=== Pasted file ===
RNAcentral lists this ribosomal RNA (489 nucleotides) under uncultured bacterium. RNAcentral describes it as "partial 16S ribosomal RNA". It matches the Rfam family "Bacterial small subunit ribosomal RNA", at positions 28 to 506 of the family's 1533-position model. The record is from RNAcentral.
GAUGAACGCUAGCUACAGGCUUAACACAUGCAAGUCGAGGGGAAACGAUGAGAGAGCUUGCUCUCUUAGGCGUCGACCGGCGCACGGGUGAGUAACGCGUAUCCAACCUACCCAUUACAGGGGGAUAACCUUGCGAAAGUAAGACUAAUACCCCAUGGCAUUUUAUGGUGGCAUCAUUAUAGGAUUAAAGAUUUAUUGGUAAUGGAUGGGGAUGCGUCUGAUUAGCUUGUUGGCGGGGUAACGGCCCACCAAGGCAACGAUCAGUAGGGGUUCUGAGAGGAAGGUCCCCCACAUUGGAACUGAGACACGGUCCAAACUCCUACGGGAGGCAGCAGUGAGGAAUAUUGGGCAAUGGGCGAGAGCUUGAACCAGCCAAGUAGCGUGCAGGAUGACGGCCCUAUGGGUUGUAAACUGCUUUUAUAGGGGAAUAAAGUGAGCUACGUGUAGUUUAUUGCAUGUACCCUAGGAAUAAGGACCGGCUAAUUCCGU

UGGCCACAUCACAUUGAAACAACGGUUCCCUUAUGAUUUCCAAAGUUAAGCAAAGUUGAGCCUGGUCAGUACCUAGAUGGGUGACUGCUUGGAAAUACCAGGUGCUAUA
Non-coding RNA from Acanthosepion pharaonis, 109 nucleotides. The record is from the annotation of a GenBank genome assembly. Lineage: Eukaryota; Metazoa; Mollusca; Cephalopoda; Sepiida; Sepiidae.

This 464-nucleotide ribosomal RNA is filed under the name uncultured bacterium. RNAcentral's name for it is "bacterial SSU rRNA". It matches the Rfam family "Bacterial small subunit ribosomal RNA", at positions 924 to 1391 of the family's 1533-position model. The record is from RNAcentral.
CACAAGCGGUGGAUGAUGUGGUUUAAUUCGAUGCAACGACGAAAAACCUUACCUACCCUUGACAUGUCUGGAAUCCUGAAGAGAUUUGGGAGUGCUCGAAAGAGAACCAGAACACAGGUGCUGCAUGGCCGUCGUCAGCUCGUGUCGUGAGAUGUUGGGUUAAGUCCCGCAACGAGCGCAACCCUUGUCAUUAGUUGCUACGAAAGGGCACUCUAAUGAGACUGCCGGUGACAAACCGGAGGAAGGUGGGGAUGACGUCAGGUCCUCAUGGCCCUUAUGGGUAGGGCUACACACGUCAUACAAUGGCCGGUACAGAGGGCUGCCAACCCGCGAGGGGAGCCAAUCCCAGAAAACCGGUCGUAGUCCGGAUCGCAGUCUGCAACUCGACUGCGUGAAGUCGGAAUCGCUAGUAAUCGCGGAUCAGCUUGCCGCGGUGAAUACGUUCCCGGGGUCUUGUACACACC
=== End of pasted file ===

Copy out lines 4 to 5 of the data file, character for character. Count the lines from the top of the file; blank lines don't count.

Non-coding RNA from Acanthosepion pharaonis, 109 nucleotides. The record is from the annotation of a GenBank genome assembly. Lineage: Eukaryota; Metazoa; Mollusca; Cephalopoda; Sepiida; Sepiidae.

This 464-nucleotide ribosomal RNA is filed under the name uncultured bacterium. RNAcentral's name for it is "bacterial SSU rRNA". It matches the Rfam family "Bacterial small subunit ribosomal RNA", at positions 924 to 1391 of the family's 1533-position model. The record is from RNAcentral.